For the commissioning of the new S-Bahn network in December 2013, the S-Bahn Mitteldeutschland GmbH ordered a total of 51 Bombardier Talent 2 electric multiple units. 36 trains have three sections, and 15 have four sections. The new vehicles have a top speed of 160 km/h and are decorated in silver and green, not in the "traffic-light red" of the Deutsche Bahn. The total investment in the new trains was about 200 million euro. Talent 2 trains are also used in central Germany on the RE routes from Leipzig to Dresden and Leipzig and Cottbus.


  1. ^ Supplement zum Amtsblatt der Europäischen Union: D-Leipzig: Personenbeförderung per Bahn 2008/S 157-212269, 14. August 2008
  2. ^ Supplement zum Amtsblatt der Europäischen Union: D-Leipzig: Öffentlicher Schienentransport/öffentliche Schienenbeförderung 2010/S 3-001741, 6. Januar 2010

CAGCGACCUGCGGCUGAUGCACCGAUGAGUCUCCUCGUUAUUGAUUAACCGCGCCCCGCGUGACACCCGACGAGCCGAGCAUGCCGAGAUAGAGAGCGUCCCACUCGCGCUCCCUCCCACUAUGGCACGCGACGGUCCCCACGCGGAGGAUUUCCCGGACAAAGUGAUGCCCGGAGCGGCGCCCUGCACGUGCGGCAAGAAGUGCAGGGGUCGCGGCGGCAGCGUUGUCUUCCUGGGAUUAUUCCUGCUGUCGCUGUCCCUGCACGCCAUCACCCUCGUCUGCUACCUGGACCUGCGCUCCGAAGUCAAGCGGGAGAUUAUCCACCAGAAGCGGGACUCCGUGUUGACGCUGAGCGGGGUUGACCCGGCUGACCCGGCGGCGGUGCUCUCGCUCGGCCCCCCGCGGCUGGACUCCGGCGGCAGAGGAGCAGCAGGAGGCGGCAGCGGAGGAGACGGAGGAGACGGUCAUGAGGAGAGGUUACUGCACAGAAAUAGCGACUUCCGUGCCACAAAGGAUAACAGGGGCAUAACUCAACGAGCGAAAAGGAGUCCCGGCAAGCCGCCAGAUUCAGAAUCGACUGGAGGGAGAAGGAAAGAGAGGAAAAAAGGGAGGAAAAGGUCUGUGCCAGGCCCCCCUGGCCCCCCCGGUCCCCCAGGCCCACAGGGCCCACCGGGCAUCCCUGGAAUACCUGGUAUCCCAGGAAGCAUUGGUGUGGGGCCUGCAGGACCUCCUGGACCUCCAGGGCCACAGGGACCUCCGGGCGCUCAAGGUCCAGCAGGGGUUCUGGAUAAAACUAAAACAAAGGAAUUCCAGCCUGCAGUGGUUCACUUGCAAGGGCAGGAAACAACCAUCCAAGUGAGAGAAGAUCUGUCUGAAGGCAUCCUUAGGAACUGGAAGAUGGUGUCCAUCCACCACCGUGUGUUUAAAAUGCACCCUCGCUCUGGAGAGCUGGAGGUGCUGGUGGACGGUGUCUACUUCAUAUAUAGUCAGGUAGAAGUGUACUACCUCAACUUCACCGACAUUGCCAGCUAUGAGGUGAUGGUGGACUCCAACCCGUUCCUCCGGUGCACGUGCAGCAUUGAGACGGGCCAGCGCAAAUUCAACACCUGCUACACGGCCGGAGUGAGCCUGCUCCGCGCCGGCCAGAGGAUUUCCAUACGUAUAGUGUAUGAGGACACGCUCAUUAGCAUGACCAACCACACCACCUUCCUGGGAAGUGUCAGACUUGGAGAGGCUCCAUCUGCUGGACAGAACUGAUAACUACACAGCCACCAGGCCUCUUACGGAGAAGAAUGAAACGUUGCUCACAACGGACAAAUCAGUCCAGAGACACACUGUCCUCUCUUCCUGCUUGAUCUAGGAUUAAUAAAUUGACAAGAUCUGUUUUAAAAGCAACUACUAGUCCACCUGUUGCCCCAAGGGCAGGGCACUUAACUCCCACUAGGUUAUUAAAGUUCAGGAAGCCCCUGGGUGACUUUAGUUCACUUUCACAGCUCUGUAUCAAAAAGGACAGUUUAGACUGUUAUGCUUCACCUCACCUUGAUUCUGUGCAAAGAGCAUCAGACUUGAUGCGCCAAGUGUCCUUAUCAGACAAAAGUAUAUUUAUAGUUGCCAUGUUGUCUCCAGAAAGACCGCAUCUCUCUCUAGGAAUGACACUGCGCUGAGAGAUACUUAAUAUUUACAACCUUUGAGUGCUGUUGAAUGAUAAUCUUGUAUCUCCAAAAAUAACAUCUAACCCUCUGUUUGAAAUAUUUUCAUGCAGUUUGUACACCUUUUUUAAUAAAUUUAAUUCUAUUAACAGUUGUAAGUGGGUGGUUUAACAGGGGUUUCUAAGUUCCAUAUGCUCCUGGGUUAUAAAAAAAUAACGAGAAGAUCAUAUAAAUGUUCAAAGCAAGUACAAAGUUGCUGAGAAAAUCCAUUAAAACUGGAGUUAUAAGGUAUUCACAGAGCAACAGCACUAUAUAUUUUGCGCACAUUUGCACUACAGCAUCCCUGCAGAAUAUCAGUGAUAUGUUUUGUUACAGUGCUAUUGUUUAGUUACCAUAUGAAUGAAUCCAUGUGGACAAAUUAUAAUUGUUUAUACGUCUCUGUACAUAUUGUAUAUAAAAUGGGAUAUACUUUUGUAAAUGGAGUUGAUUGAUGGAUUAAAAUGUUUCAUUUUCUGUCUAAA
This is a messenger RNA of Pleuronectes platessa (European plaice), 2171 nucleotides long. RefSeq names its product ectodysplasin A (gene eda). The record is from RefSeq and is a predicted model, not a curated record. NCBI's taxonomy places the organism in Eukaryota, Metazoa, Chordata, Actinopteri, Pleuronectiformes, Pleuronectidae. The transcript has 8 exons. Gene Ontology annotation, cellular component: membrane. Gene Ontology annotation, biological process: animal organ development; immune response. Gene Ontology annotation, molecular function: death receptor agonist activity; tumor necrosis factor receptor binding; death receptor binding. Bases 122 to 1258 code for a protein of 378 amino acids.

3. ^ Pressemeldung des ZVNL vom 23. September 2010
  4. ^ ÖPNV-Plan 2010–2015/2025, Plan des öffentlichen Personennahverkehrs des Landes Sachsen-Anhalt, Seite 114
  5. ^ "Liniennetz und Streckenfahrpläne" (in German). Deutsche Bahn, S-Bahn Mitteldeutschland. 2015. Retrieved 2015-12-25. 
  6. ^ Meldung Baubeginn für S-Bahn Halle – Leipzig. In: Eisenbahn-Revue International, Heft 5/2002, ISSN 1421-2811, S. 211.
  7. ^ Kürzungen der Finanzmittel für den öffentlichen Personennahverkehr. MDV-Pressemitteilung vom 28. April 2011

External links[edit]